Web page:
Pinecrest, California (KOVR) — A skilled snowboarder is alive and telling his story after falling at least 20 feet, landing head-first into a deep part of snow last week.
Justin Calbert describes last Thursday when he went up chair three at Dodge Ridge Resort in Pinecrest in a simple yet horrifying way: “I literally call it the day that I died,” Calbert said.
Slopes that he and his wife Casey know well that quickly turned into a near cold and powdery grave. Other skiers and snowboarders were watching as he fell at least 20 feet from a well-known jump; landing head-first into the snowbank below.
“There was a time that I did not have a pulse. I wasn’t breathing. So, I was clinically dead a handful minutes before they resuscitated me,” Calbert said.
One of those people was Modesto Fire Department engineer Jerad Heinrich.
“What was going through my mind was he needed help and he needed help fast,” Heinrich said.
Heinrich and his brother-in-law saw the whole thing happen and called for other skiers to help until they could get off of the chair lift and get down to Calbert.
He said that he notified ski patrol as well who was aware of the situation and had called for more people. When the two got down to Calbert, a teenager had begun digging into the snow to dig the trapped snowboarder out and jumped in to help him.
The group worked tirelessly and eventually got Calbert out.
“He was not breathing. He was unconscious and he was definitely lifeless,” Heinrich said.
Heinrich began doing CPR on Calbert. He would then check his airway asking and instructing the teen to do the chest compressions. After Heinrich cleared Calbert’s airway, he took over full CPR duties again.
Ski patrol arrived and the group still helped until Calbert was on the sled. Heinrich called it a great group effort to save the man they didn’t know.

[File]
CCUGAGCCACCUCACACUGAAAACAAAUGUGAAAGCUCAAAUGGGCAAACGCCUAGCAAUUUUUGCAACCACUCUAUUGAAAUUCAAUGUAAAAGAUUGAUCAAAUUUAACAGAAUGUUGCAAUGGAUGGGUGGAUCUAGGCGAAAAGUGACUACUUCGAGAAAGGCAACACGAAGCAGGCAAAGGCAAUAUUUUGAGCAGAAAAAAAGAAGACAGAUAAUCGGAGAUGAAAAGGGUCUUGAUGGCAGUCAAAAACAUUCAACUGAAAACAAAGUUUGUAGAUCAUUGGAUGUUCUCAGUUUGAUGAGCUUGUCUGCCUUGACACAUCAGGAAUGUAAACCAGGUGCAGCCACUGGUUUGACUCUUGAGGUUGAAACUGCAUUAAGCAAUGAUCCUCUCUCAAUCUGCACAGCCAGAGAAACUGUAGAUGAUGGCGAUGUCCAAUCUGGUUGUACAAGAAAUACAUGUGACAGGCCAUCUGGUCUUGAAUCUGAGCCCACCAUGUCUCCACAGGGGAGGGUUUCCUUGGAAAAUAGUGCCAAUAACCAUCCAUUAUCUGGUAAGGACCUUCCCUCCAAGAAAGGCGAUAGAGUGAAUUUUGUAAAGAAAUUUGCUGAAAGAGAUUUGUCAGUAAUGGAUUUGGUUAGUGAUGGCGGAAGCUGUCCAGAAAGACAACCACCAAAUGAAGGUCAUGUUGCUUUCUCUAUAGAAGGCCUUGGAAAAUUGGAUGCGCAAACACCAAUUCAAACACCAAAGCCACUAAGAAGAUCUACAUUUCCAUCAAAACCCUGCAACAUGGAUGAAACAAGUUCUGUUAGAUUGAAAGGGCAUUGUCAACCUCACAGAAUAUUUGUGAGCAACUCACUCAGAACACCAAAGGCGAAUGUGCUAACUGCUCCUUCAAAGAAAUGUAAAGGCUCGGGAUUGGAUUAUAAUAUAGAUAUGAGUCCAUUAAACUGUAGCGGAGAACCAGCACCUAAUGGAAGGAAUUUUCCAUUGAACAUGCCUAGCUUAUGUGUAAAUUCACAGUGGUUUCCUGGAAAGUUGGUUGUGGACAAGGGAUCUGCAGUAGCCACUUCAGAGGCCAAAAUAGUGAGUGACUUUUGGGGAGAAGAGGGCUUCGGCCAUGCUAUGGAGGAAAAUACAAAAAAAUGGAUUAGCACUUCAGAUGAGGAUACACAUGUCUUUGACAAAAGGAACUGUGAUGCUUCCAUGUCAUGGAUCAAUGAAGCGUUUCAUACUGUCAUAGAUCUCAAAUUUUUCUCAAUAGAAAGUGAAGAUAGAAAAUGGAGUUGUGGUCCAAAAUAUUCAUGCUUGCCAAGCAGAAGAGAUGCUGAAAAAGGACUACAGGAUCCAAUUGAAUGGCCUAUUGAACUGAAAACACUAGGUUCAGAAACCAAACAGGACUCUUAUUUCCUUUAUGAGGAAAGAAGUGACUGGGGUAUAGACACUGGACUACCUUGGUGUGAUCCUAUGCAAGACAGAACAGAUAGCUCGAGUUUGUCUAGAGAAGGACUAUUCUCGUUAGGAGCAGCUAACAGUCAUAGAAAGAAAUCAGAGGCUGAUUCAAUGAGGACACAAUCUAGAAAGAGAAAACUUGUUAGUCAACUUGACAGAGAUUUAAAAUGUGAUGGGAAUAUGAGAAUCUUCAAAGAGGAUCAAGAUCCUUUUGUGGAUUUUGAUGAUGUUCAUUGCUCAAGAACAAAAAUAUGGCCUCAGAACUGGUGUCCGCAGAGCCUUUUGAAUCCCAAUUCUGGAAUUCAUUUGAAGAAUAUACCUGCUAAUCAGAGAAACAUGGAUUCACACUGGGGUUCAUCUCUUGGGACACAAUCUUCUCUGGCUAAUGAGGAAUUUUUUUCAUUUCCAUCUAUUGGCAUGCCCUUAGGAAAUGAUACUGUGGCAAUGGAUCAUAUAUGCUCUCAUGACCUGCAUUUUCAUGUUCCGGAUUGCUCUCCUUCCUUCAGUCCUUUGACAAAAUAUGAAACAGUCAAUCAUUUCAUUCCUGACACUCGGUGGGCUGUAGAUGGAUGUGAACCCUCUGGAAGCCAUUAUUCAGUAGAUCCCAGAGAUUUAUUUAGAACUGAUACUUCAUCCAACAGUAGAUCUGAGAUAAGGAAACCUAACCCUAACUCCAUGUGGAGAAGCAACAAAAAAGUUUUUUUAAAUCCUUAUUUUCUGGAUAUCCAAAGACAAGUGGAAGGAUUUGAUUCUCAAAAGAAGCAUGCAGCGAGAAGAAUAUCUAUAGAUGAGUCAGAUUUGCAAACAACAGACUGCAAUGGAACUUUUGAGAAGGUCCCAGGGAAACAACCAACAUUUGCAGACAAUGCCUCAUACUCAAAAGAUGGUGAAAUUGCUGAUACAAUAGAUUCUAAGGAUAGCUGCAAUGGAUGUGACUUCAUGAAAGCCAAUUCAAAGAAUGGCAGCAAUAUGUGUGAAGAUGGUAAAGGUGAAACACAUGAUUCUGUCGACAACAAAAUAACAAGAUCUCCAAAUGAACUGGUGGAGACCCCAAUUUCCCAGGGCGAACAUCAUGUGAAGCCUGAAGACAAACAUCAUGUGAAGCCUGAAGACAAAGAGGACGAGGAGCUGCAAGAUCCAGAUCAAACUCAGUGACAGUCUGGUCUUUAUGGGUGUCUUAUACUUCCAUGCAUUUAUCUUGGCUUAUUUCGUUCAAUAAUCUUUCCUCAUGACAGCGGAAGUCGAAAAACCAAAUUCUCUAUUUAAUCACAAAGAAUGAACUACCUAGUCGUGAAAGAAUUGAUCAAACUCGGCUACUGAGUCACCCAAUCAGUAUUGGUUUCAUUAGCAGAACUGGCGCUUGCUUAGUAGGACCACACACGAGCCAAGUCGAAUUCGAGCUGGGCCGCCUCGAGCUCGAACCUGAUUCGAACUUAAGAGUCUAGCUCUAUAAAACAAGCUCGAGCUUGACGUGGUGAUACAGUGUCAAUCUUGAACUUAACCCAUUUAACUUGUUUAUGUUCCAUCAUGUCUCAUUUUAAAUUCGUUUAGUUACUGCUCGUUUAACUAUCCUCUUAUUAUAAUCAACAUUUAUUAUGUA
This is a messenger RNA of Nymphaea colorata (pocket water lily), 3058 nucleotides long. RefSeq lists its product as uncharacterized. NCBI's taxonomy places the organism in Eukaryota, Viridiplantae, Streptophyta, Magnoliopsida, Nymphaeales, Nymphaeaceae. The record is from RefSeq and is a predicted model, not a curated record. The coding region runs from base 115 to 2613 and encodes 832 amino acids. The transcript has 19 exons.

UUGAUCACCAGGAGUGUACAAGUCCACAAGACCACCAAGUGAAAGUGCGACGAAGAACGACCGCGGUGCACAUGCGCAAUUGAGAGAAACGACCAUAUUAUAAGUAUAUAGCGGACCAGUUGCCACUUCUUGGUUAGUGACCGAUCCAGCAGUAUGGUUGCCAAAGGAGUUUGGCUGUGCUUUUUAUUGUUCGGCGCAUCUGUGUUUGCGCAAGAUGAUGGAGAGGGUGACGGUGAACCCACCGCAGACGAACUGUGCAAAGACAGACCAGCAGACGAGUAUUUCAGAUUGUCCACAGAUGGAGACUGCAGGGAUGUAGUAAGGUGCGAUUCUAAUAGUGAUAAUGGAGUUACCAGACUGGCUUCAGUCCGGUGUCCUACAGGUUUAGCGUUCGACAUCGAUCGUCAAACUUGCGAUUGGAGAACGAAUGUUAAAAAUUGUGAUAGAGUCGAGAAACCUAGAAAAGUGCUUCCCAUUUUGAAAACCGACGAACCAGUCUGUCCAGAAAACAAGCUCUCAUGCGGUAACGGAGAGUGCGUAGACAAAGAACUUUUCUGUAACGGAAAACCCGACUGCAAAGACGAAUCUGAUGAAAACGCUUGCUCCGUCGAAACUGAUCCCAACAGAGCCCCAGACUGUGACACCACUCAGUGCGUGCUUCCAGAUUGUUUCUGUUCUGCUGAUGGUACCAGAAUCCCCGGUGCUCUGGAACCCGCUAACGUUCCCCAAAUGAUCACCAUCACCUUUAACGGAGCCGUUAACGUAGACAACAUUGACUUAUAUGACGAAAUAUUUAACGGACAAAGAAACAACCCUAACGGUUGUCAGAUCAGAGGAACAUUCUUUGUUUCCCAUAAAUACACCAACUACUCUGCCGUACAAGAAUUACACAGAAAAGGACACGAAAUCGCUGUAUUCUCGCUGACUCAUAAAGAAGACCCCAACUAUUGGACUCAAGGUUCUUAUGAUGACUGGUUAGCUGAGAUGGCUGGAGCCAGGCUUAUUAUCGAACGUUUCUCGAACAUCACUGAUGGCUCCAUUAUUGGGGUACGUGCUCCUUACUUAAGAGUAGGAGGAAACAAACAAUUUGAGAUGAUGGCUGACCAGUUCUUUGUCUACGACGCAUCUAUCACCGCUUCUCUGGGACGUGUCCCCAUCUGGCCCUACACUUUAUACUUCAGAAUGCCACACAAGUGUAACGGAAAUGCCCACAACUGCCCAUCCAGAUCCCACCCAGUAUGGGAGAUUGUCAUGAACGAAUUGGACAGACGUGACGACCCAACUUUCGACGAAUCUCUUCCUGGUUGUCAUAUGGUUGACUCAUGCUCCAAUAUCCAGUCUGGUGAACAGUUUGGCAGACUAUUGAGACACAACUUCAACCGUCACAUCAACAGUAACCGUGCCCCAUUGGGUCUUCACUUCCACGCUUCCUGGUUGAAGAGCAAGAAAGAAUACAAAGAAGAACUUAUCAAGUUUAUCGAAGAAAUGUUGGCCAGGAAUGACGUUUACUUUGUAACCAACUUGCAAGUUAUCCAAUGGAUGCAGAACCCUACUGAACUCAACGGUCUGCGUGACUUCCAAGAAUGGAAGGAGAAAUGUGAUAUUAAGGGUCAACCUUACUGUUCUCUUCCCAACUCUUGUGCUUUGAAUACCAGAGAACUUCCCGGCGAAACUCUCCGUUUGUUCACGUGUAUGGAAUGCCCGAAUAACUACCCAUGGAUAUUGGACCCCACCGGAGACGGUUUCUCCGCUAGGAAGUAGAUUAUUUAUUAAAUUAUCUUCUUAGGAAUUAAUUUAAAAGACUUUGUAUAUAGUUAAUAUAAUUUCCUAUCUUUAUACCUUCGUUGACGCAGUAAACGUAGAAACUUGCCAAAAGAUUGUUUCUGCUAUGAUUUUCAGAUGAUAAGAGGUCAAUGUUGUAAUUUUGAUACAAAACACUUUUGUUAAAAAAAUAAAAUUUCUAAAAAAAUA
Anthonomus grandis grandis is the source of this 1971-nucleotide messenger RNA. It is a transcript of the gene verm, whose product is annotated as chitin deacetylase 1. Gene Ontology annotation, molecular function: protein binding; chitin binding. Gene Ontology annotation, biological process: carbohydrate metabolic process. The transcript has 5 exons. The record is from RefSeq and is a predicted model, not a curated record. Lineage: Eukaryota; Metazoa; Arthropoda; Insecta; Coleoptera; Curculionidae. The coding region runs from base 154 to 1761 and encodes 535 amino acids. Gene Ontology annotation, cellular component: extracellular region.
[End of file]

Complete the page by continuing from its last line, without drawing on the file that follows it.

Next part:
“As soon as he started breathing normally, we took a second, the ski patrol, Ben and I high-fived real quick because we just possibly got him back,” Heinrich said.
“I’m extremely lucky. I mean all of the right people were in the right place at the right time,” Calbert said.
Calbert was rushed to Doctors Medical Center in Modesto for treatment, which included a medically induced coma at one point.
“It wasn’t Justin’s time. It was God’s plan that Justin would live that day,” Heinrich said.
Calbert says he now miraculously has a clean bill of health; all thanks to a different kind of snow angels.
“I’m forever in their debt. They were just amazing,” Calbert said.
“It was truly a blessing and a miracle that they got to him so quickly,” Casey Calbert said.
Calbert has some advice for anyone hitting the mountain no matter how skilled you are: “Ski with a buddy, be very aware of the conditions.”
Calbert and his wife usually hit the slopes together at the same time. But, she had an equipment issue that day and had to go to the ski shop to get some repairs done.
Heinrich said he would also like to dedicate their efforts to Chief Dave Boyd, a mentor of Heinrich’s who passed away suddenly last weekend.
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